"like gold" in the manner you expect.

    --
    R
    O/Siris
    -+-
    A thing moderately good
    is not so good as it ought to be.
    Moderation in temper is always a virtue,
    but moderation in principle is always a vice.
    +Thomas Paine, "The Rights of Man", 1792+



  3. #18
    O/Siris
    Guest

    Re: Sprint committing outright FRAUD

    In article <[email protected]>,
    [email protected] says...
    > I am NOT wrong. It was never mentioned in my contract, which is the
    > legally binding document that the Sprint representative and I signed.
    >


    That document covers the service for which you signed up for two years.
    Not add-ons that had nothing to do with the 2-year agreement.

    --
    R
    O/Siris
    -+-
    A thing moderately good
    is not so good as it ought to be.
    Moderation in temper is always a virtue,
    but moderation in principle is always a vice.
    +Thomas Paine, "The Rights of Man", 1792+



  4. #19
    O/Siris
    Guest

    Re: Sprint committing outright FRAUD

    In article <[email protected]>,
    [email protected] says...
    > If it had been a business decision to give it back, they would have done
    > that back in July when I made my many calls to them.
    >


    No. A floor rep doesn't have the authority to credit back that
    deductible.

    No one has a crystal ball into what happened that day in the store. But
    I know how many different places that deductible is cited, and I know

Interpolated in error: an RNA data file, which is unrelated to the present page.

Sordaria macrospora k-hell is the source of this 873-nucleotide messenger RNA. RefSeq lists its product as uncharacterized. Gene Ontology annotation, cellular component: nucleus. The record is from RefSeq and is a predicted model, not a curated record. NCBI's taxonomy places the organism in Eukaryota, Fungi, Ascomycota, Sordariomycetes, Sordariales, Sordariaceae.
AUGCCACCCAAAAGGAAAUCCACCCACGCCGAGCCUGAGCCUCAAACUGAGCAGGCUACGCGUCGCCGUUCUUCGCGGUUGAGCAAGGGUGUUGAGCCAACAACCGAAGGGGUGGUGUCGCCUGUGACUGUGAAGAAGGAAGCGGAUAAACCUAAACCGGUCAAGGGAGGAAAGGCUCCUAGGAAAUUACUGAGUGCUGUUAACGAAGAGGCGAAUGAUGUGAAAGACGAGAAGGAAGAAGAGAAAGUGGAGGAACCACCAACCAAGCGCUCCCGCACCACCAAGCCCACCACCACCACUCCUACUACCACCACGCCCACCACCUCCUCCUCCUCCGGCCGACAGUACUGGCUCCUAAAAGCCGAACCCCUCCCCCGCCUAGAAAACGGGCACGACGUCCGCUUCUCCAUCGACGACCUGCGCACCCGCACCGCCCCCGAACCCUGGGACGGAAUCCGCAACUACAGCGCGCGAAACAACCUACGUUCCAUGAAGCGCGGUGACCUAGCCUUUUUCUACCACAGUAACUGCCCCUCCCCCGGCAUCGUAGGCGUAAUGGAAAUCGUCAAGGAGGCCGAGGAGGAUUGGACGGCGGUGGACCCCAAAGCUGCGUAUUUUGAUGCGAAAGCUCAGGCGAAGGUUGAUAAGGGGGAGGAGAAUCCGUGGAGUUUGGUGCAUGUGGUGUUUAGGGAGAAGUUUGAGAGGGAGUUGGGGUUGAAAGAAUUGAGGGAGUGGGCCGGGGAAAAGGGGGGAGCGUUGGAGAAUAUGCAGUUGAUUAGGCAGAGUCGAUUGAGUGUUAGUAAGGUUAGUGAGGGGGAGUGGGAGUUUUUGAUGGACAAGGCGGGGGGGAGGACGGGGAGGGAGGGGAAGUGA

that, truly, there is NOTHING that promises a customer a free phone via
    ERP.

    It wasn't worth the $50 to have a fight through the attorney-general.
    But, to be quite blunt about it, I don't believe that things happened in
    the manner you claim.

    --
    R
    O/Siris
    -+-
    A thing moderately good
    is not so good as it ought to be.
    Moderation in temper is always a virtue,
    but moderation in principle is always a vice.
    +Thomas Paine, "The Rights of Man", 1792+



  5. #20

    Re: Sprint committing outright FRAUD

    Steve Henderson wrote:
    > Lyle,
    >
    > Sorry to hear about the "free phone" fraudulent scam they pulled on you.
    > I also was a victim of fraud but it was different than yours, but maybe
    > I can help you get your problem resolved. My problem involved the
    > warranty on the phone for which I paid a monthly charge of $5.00. I
    > lost my phone in July and called up for my "free" replacement and I was
    > told there was a $50 deductible even though there was nothing mentioned
    > in the contract I signed or any documentation that they gave me.


    You must have received some seriously weird documentation. The $10
    (warranty replacement) and $50 (non-warranty replacement) deductibles
    were clearly disclosed when I purchased my phone with the equipment
    replacement option.



  6. #21
    Central
    Guest

    Re: Sprint committing outright FRAUD

    On Wed, 19 Oct 2005 07:52:57 -0700, Steve Sobol wrote:
    <snip>
    >
    > Where have you been? Everyone does that. T-Mobile's the least bad in that
    > regard; they only ever do 1-year contracts (never 2). Plus I just found out